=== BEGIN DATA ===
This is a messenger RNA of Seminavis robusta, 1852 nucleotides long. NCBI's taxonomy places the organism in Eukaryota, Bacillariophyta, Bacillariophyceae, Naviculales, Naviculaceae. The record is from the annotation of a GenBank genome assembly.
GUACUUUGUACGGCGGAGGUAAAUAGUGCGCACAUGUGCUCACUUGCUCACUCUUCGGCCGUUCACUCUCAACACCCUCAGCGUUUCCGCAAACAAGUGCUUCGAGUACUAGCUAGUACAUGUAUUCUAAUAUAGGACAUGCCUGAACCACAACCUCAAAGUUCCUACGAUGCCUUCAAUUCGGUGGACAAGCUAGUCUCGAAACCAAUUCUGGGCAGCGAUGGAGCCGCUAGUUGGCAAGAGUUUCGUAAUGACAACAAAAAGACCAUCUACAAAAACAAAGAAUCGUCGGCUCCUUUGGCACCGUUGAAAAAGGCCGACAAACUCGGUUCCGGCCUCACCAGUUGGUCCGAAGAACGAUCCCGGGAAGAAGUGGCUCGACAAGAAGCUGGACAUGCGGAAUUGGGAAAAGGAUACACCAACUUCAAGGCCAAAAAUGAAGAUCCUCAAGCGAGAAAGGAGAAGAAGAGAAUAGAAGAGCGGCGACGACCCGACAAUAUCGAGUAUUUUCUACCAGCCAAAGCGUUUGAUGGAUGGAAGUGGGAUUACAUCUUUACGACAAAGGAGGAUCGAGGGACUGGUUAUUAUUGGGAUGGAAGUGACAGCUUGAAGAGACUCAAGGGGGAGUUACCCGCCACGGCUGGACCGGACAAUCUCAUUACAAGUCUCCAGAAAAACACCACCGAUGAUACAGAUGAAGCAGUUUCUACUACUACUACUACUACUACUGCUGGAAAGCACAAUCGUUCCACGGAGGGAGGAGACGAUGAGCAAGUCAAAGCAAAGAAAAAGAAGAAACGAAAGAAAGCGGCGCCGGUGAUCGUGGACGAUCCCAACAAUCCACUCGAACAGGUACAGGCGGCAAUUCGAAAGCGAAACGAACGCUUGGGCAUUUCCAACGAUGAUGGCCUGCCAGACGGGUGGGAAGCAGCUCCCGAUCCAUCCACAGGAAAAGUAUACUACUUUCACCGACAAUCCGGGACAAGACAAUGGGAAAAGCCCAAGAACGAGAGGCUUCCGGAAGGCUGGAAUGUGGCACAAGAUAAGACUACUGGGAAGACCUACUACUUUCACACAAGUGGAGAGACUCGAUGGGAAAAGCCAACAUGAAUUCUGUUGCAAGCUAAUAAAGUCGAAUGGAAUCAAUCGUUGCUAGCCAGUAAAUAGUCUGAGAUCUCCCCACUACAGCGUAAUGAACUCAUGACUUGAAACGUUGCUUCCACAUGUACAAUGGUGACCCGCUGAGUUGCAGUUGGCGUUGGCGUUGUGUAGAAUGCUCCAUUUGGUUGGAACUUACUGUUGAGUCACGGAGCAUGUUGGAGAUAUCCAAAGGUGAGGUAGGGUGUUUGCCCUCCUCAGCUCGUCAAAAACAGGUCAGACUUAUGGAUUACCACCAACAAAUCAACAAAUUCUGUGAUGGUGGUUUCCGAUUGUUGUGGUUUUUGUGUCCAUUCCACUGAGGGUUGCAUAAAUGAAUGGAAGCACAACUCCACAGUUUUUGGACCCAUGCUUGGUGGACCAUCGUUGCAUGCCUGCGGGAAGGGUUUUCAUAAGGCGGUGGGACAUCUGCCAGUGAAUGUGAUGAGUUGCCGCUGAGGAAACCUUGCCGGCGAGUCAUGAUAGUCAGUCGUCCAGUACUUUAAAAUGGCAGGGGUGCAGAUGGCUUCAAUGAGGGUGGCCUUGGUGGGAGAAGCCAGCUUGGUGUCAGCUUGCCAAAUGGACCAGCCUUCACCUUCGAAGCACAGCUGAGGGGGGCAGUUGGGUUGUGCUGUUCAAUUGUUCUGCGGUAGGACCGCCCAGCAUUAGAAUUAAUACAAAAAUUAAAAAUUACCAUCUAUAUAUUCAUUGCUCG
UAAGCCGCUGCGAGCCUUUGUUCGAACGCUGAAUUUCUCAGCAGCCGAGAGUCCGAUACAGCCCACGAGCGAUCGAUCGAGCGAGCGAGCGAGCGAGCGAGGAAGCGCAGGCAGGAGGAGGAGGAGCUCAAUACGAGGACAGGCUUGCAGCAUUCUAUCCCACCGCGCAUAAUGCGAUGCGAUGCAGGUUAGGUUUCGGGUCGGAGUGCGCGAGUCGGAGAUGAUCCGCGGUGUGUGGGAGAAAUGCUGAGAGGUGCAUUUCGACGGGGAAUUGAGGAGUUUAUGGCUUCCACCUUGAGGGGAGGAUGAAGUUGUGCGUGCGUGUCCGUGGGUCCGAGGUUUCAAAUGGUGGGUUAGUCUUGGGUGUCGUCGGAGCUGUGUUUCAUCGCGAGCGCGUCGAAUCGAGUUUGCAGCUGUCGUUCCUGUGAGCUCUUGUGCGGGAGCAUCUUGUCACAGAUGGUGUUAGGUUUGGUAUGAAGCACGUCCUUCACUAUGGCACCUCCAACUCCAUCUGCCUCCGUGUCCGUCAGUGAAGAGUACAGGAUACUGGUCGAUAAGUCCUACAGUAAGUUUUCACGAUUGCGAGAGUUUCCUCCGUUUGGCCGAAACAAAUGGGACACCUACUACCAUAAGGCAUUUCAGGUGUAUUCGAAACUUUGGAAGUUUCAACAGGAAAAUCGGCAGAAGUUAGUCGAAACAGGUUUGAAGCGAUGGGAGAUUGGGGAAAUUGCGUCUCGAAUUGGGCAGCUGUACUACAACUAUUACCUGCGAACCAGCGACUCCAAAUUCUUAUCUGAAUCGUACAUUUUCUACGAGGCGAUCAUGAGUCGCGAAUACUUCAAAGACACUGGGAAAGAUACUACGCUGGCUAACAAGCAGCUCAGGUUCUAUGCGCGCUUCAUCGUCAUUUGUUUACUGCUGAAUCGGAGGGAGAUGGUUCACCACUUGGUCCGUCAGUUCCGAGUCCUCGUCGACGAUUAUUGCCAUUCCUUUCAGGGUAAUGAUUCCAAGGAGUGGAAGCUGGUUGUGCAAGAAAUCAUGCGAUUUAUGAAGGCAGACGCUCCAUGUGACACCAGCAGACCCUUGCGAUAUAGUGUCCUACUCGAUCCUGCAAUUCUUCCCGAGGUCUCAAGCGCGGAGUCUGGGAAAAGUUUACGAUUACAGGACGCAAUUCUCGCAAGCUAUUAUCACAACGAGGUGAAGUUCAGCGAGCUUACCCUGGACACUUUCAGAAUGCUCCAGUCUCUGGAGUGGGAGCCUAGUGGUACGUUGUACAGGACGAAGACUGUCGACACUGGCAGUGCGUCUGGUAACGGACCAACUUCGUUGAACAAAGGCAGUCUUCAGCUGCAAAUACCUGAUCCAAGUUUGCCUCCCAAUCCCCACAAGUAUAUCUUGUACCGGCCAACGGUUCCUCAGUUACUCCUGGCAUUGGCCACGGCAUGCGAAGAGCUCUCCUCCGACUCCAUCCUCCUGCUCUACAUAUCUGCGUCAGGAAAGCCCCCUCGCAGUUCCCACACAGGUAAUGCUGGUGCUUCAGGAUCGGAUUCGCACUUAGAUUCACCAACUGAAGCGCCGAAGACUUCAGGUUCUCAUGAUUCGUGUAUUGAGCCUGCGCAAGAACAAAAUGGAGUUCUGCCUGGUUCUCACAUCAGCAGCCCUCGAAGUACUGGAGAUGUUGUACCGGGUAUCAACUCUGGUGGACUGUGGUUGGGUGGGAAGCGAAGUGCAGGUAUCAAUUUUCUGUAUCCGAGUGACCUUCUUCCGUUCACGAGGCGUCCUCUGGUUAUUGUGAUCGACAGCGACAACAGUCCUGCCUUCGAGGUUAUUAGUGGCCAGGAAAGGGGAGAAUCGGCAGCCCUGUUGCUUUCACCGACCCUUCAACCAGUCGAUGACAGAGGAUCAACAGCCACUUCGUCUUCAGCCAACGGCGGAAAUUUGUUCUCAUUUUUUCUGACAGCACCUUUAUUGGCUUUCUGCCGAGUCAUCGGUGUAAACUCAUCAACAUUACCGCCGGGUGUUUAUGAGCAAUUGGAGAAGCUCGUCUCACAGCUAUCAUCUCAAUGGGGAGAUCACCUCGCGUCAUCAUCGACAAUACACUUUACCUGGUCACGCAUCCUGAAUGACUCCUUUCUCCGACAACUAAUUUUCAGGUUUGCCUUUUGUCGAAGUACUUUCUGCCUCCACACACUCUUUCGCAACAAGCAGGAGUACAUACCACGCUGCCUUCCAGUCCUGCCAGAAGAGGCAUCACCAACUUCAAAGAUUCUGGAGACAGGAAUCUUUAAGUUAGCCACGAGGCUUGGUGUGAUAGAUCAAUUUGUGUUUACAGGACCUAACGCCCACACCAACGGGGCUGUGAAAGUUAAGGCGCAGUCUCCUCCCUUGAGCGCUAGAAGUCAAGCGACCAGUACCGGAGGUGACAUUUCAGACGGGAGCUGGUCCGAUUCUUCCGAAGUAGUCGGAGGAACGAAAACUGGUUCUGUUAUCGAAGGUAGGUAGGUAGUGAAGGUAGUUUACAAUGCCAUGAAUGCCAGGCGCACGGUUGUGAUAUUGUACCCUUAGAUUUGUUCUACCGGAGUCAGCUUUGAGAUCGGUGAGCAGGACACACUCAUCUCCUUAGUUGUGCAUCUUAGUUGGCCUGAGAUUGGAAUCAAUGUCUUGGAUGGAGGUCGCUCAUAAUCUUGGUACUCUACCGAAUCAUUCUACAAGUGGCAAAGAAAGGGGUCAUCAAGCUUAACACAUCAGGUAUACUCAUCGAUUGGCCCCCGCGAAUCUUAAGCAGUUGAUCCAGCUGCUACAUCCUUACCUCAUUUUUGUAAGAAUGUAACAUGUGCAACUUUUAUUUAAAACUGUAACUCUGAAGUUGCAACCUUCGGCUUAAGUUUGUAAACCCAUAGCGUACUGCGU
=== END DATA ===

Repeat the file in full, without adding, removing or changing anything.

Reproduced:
This is a messenger RNA of Seminavis robusta, 1852 nucleotides long. NCBI's taxonomy places the organism in Eukaryota, Bacillariophyta, Bacillariophyceae, Naviculales, Naviculaceae. The record is from the annotation of a GenBank genome assembly.
GUACUUUGUACGGCGGAGGUAAAUAGUGCGCACAUGUGCUCACUUGCUCACUCUUCGGCCGUUCACUCUCAACACCCUCAGCGUUUCCGCAAACAAGUGCUUCGAGUACUAGCUAGUACAUGUAUUCUAAUAUAGGACAUGCCUGAACCACAACCUCAAAGUUCCUACGAUGCCUUCAAUUCGGUGGACAAGCUAGUCUCGAAACCAAUUCUGGGCAGCGAUGGAGCCGCUAGUUGGCAAGAGUUUCGUAAUGACAACAAAAAGACCAUCUACAAAAACAAAGAAUCGUCGGCUCCUUUGGCACCGUUGAAAAAGGCCGACAAACUCGGUUCCGGCCUCACCAGUUGGUCCGAAGAACGAUCCCGGGAAGAAGUGGCUCGACAAGAAGCUGGACAUGCGGAAUUGGGAAAAGGAUACACCAACUUCAAGGCCAAAAAUGAAGAUCCUCAAGCGAGAAAGGAGAAGAAGAGAAUAGAAGAGCGGCGACGACCCGACAAUAUCGAGUAUUUUCUACCAGCCAAAGCGUUUGAUGGAUGGAAGUGGGAUUACAUCUUUACGACAAAGGAGGAUCGAGGGACUGGUUAUUAUUGGGAUGGAAGUGACAGCUUGAAGAGACUCAAGGGGGAGUUACCCGCCACGGCUGGACCGGACAAUCUCAUUACAAGUCUCCAGAAAAACACCACCGAUGAUACAGAUGAAGCAGUUUCUACUACUACUACUACUACUACUGCUGGAAAGCACAAUCGUUCCACGGAGGGAGGAGACGAUGAGCAAGUCAAAGCAAAGAAAAAGAAGAAACGAAAGAAAGCGGCGCCGGUGAUCGUGGACGAUCCCAACAAUCCACUCGAACAGGUACAGGCGGCAAUUCGAAAGCGAAACGAACGCUUGGGCAUUUCCAACGAUGAUGGCCUGCCAGACGGGUGGGAAGCAGCUCCCGAUCCAUCCACAGGAAAAGUAUACUACUUUCACCGACAAUCCGGGACAAGACAAUGGGAAAAGCCCAAGAACGAGAGGCUUCCGGAAGGCUGGAAUGUGGCACAAGAUAAGACUACUGGGAAGACCUACUACUUUCACACAAGUGGAGAGACUCGAUGGGAAAAGCCAACAUGAAUUCUGUUGCAAGCUAAUAAAGUCGAAUGGAAUCAAUCGUUGCUAGCCAGUAAAUAGUCUGAGAUCUCCCCACUACAGCGUAAUGAACUCAUGACUUGAAACGUUGCUUCCACAUGUACAAUGGUGACCCGCUGAGUUGCAGUUGGCGUUGGCGUUGUGUAGAAUGCUCCAUUUGGUUGGAACUUACUGUUGAGUCACGGAGCAUGUUGGAGAUAUCCAAAGGUGAGGUAGGGUGUUUGCCCUCCUCAGCUCGUCAAAAACAGGUCAGACUUAUGGAUUACCACCAACAAAUCAACAAAUUCUGUGAUGGUGGUUUCCGAUUGUUGUGGUUUUUGUGUCCAUUCCACUGAGGGUUGCAUAAAUGAAUGGAAGCACAACUCCACAGUUUUUGGACCCAUGCUUGGUGGACCAUCGUUGCAUGCCUGCGGGAAGGGUUUUCAUAAGGCGGUGGGACAUCUGCCAGUGAAUGUGAUGAGUUGCCGCUGAGGAAACCUUGCCGGCGAGUCAUGAUAGUCAGUCGUCCAGUACUUUAAAAUGGCAGGGGUGCAGAUGGCUUCAAUGAGGGUGGCCUUGGUGGGAGAAGCCAGCUUGGUGUCAGCUUGCCAAAUGGACCAGCCUUCACCUUCGAAGCACAGCUGAGGGGGGCAGUUGGGUUGUGCUGUUCAAUUGUUCUGCGGUAGGACCGCCCAGCAUUAGAAUUAAUACAAAAAUUAAAAAUUACCAUCUAUAUAUUCAUUGCUCG
UAAGCCGCUGCGAGCCUUUGUUCGAACGCUGAAUUUCUCAGCAGCCGAGAGUCCGAUACAGCCCACGAGCGAUCGAUCGAGCGAGCGAGCGAGCGAGCGAGGAAGCGCAGGCAGGAGGAGGAGGAGCUCAAUACGAGGACAGGCUUGCAGCAUUCUAUCCCACCGCGCAUAAUGCGAUGCGAUGCAGGUUAGGUUUCGGGUCGGAGUGCGCGAGUCGGAGAUGAUCCGCGGUGUGUGGGAGAAAUGCUGAGAGGUGCAUUUCGACGGGGAAUUGAGGAGUUUAUGGCUUCCACCUUGAGGGGAGGAUGAAGUUGUGCGUGCGUGUCCGUGGGUCCGAGGUUUCAAAUGGUGGGUUAGUCUUGGGUGUCGUCGGAGCUGUGUUUCAUCGCGAGCGCGUCGAAUCGAGUUUGCAGCUGUCGUUCCUGUGAGCUCUUGUGCGGGAGCAUCUUGUCACAGAUGGUGUUAGGUUUGGUAUGAAGCACGUCCUUCACUAUGGCACCUCCAACUCCAUCUGCCUCCGUGUCCGUCAGUGAAGAGUACAGGAUACUGGUCGAUAAGUCCUACAGUAAGUUUUCACGAUUGCGAGAGUUUCCUCCGUUUGGCCGAAACAAAUGGGACACCUACUACCAUAAGGCAUUUCAGGUGUAUUCGAAACUUUGGAAGUUUCAACAGGAAAAUCGGCAGAAGUUAGUCGAAACAGGUUUGAAGCGAUGGGAGAUUGGGGAAAUUGCGUCUCGAAUUGGGCAGCUGUACUACAACUAUUACCUGCGAACCAGCGACUCCAAAUUCUUAUCUGAAUCGUACAUUUUCUACGAGGCGAUCAUGAGUCGCGAAUACUUCAAAGACACUGGGAAAGAUACUACGCUGGCUAACAAGCAGCUCAGGUUCUAUGCGCGCUUCAUCGUCAUUUGUUUACUGCUGAAUCGGAGGGAGAUGGUUCACCACUUGGUCCGUCAGUUCCGAGUCCUCGUCGACGAUUAUUGCCAUUCCUUUCAGGGUAAUGAUUCCAAGGAGUGGAAGCUGGUUGUGCAAGAAAUCAUGCGAUUUAUGAAGGCAGACGCUCCAUGUGACACCAGCAGACCCUUGCGAUAUAGUGUCCUACUCGAUCCUGCAAUUCUUCCCGAGGUCUCAAGCGCGGAGUCUGGGAAAAGUUUACGAUUACAGGACGCAAUUCUCGCAAGCUAUUAUCACAACGAGGUGAAGUUCAGCGAGCUUACCCUGGACACUUUCAGAAUGCUCCAGUCUCUGGAGUGGGAGCCUAGUGGUACGUUGUACAGGACGAAGACUGUCGACACUGGCAGUGCGUCUGGUAACGGACCAACUUCGUUGAACAAAGGCAGUCUUCAGCUGCAAAUACCUGAUCCAAGUUUGCCUCCCAAUCCCCACAAGUAUAUCUUGUACCGGCCAACGGUUCCUCAGUUACUCCUGGCAUUGGCCACGGCAUGCGAAGAGCUCUCCUCCGACUCCAUCCUCCUGCUCUACAUAUCUGCGUCAGGAAAGCCCCCUCGCAGUUCCCACACAGGUAAUGCUGGUGCUUCAGGAUCGGAUUCGCACUUAGAUUCACCAACUGAAGCGCCGAAGACUUCAGGUUCUCAUGAUUCGUGUAUUGAGCCUGCGCAAGAACAAAAUGGAGUUCUGCCUGGUUCUCACAUCAGCAGCCCUCGAAGUACUGGAGAUGUUGUACCGGGUAUCAACUCUGGUGGACUGUGGUUGGGUGGGAAGCGAAGUGCAGGUAUCAAUUUUCUGUAUCCGAGUGACCUUCUUCCGUUCACGAGGCGUCCUCUGGUUAUUGUGAUCGACAGCGACAACAGUCCUGCCUUCGAGGUUAUUAGUGGCCAGGAAAGGGGAGAAUCGGCAGCCCUGUUGCUUUCACCGACCCUUCAACCAGUCGAUGACAGAGGAUCAACAGCCACUUCGUCUUCAGCCAACGGCGGAAAUUUGUUCUCAUUUUUUCUGACAGCACCUUUAUUGGCUUUCUGCCGAGUCAUCGGUGUAAACUCAUCAACAUUACCGCCGGGUGUUUAUGAGCAAUUGGAGAAGCUCGUCUCACAGCUAUCAUCUCAAUGGGGAGAUCACCUCGCGUCAUCAUCGACAAUACACUUUACCUGGUCACGCAUCCUGAAUGACUCCUUUCUCCGACAACUAAUUUUCAGGUUUGCCUUUUGUCGAAGUACUUUCUGCCUCCACACACUCUUUCGCAACAAGCAGGAGUACAUACCACGCUGCCUUCCAGUCCUGCCAGAAGAGGCAUCACCAACUUCAAAGAUUCUGGAGACAGGAAUCUUUAAGUUAGCCACGAGGCUUGGUGUGAUAGAUCAAUUUGUGUUUACAGGACCUAACGCCCACACCAACGGGGCUGUGAAAGUUAAGGCGCAGUCUCCUCCCUUGAGCGCUAGAAGUCAAGCGACCAGUACCGGAGGUGACAUUUCAGACGGGAGCUGGUCCGAUUCUUCCGAAGUAGUCGGAGGAACGAAAACUGGUUCUGUUAUCGAAGGUAGGUAGGUAGUGAAGGUAGUUUACAAUGCCAUGAAUGCCAGGCGCACGGUUGUGAUAUUGUACCCUUAGAUUUGUUCUACCGGAGUCAGCUUUGAGAUCGGUGAGCAGGACACACUCAUCUCCUUAGUUGUGCAUCUUAGUUGGCCUGAGAUUGGAAUCAAUGUCUUGGAUGGAGGUCGCUCAUAAUCUUGGUACUCUACCGAAUCAUUCUACAAGUGGCAAAGAAAGGGGUCAUCAAGCUUAACACAUCAGGUAUACUCAUCGAUUGGCCCCCGCGAAUCUUAAGCAGUUGAUCCAGCUGCUACAUCCUUACCUCAUUUUUGUAAGAAUGUAACAUGUGCAACUUUUAUUUAAAACUGUAACUCUGAAGUUGCAACCUUCGGCUUAAGUUUGUAAACCCAUAGCGUACUGCGU